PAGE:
Wednesday, August 3, 2016

IITBS-- Margareth of Maggie Made Bags on how to Press for a Professional Finish

Today's guest blogger is Margareth of Maggie Made Bags. I became a fan after seeing all the GORGEOUS bags she shares over on Instagram. I am always blown away by the professional looking bags that she creates and how quickly she can put them together!! I'm so honored that Margareth agreed to guest post for the series, and that she chose pressing. A crisp pressing job can make your bag go from homemade to WOW in just a few minutes. Check out some of Margareth's gorgeous bags:

Thanks again Margareth!!


Hi there! I am Margareth and I caught the bag-making bug some six years ago. Since then I have sewn a shedload of bags and tested many bag patterns for some very talented designers. You can find my makes on Instagram @maggiemadebags
I’d like to thank Cyndi for inviting me to write my first ever blogpost! I feel honoured to be included in this awesome Bag Maker series.

Today I would like to talk about one of the crucial parts of bag making: pressing.
Yep, I wrote it down in bold. I know it’s not sexy and possibly one of the boring parts of bag making. But, pressing your bag is vital to achieve a nice, professional looking product. After all, considering the effort and hours we’ve put into prepping and sewing, we don’t want to end up with a frumpy looking bag! And, pressing is important in all stages of bag making, starting right off before you even cut into your material.  Pressing helps with flattening bulky seams and correcting small pucker and it will make your bag look sharp.
By the way, pressing is not the same as ironing I learnt! When ironing, you slide the iron back and forth in a smooth motion. Ironing can stretch your fabric, which is probably not the result you’d want. By pressing you move the iron in a rather up and down movement instead of back and forth.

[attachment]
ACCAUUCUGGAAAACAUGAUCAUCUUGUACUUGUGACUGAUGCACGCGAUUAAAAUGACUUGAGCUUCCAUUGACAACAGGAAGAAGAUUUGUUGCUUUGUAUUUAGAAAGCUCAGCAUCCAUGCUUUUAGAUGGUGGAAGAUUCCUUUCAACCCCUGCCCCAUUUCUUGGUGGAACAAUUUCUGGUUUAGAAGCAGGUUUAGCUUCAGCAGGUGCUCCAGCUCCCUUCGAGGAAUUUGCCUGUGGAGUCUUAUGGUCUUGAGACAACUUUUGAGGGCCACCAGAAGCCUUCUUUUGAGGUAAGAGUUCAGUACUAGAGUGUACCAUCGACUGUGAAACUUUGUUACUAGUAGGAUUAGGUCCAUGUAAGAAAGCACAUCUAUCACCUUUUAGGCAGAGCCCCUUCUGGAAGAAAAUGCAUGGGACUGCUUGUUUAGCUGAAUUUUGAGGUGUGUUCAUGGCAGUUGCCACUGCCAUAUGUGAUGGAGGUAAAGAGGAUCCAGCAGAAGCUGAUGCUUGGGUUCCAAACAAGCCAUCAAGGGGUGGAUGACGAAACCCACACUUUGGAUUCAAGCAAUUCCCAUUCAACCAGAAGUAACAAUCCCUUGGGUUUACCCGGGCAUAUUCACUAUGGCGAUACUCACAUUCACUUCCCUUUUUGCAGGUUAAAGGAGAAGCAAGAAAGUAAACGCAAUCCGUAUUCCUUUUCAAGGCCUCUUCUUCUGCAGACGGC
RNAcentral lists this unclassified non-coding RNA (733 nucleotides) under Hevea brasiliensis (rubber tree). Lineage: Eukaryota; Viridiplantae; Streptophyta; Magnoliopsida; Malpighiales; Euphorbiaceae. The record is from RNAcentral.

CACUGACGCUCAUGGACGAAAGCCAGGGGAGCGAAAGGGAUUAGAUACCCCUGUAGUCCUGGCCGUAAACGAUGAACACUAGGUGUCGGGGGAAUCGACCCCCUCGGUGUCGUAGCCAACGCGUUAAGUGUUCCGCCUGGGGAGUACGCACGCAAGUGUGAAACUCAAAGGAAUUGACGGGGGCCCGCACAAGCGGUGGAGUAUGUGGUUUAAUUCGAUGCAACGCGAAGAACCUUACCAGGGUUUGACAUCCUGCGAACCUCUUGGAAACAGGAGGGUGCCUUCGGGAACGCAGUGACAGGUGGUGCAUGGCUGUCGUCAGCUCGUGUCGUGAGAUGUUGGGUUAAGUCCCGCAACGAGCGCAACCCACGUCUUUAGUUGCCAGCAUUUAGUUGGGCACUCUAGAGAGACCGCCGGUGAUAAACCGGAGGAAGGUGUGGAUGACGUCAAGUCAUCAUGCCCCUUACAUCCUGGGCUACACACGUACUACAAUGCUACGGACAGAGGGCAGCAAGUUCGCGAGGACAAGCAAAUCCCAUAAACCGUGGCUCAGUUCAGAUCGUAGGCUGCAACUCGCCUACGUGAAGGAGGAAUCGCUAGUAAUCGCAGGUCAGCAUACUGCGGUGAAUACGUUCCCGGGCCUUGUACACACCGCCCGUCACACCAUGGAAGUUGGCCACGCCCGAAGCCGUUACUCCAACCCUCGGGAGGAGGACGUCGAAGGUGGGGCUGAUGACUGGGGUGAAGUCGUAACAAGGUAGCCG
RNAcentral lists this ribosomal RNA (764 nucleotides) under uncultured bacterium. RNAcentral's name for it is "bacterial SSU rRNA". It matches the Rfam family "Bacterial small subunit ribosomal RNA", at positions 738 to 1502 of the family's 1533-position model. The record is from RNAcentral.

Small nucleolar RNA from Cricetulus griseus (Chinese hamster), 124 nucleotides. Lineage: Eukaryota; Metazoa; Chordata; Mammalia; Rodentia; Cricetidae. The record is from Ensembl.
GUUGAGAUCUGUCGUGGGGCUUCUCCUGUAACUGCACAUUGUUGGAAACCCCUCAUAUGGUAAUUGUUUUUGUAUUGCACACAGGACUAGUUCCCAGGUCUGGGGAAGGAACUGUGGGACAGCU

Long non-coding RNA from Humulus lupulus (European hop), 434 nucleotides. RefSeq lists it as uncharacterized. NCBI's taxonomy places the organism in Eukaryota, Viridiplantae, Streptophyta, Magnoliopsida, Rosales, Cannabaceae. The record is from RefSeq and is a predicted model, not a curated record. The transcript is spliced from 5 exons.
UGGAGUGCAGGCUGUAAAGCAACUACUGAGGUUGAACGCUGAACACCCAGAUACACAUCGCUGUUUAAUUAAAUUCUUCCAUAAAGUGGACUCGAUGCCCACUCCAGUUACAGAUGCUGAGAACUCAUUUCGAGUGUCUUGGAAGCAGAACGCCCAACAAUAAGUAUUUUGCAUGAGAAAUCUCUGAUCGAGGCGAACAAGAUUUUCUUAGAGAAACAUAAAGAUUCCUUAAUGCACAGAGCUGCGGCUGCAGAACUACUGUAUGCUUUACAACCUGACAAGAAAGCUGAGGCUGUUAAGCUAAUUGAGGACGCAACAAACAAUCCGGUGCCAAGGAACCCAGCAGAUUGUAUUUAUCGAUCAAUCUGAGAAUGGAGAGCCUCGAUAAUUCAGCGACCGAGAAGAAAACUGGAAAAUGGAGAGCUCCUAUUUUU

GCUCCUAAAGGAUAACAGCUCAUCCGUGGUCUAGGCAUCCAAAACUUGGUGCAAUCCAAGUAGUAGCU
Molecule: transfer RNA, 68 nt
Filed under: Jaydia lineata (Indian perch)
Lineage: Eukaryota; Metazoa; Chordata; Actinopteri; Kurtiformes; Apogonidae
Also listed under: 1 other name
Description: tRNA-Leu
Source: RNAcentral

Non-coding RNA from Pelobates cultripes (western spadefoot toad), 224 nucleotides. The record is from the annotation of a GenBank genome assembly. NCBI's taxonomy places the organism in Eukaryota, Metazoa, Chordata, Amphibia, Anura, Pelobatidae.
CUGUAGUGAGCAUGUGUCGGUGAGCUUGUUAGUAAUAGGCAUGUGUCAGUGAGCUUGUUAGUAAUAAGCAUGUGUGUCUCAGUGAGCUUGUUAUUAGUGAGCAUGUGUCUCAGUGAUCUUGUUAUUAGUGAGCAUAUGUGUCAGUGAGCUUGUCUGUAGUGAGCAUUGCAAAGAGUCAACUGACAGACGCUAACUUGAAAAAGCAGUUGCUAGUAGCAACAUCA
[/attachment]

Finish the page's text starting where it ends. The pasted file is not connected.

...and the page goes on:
So, what will you need? Apart from a good steam iron, I use some handy dandy tools to press my bags: a (cotton or linen) kitchen towel and a bath towel! The kitchen towel is my ‘pressing cloth’ and a rolled up bath towel acts as my ‘pressing ham’.  Of course, you’re free to use the real McCoy here (or even make the ham yourself), but the towels work fine for me. I like to use the pressing cloth on top of the wrong side of faux leather and vinyl, you really don’t want to press straight onto the right side of these materials. Also, if my fabric tends to go shiny when pressed, I use the pressing cloth.

Now, start by unfolding your material and giving it a good iron (this is the stage where you may iron the fabric!) with some steam. Steam is your friend when using quilting cotton! Try to get those pesky folds and wrinkles out, yes I know, it will all be wrinkled up again while sewing and turning the bag inside out. However, a smooth surface will help you achieve accurate parts when cutting your fabric. I may even use some starch here.

Next, if you’re using fusible interfacing, you will press that onto the wrong side of your fabric.
Check the manufacturer’s instructions on the best way to adhere the interfacing to the fabric. I think it’s important to let your interfaced parts cool off before you start sewing. Usually, I will cut and interface later in the day or in the evening and let the pieces cool off and continue sewing the next day. I’ve found that if I don’t let the interfaced parts cool off enough, the interfacing tends to come off again while sewing.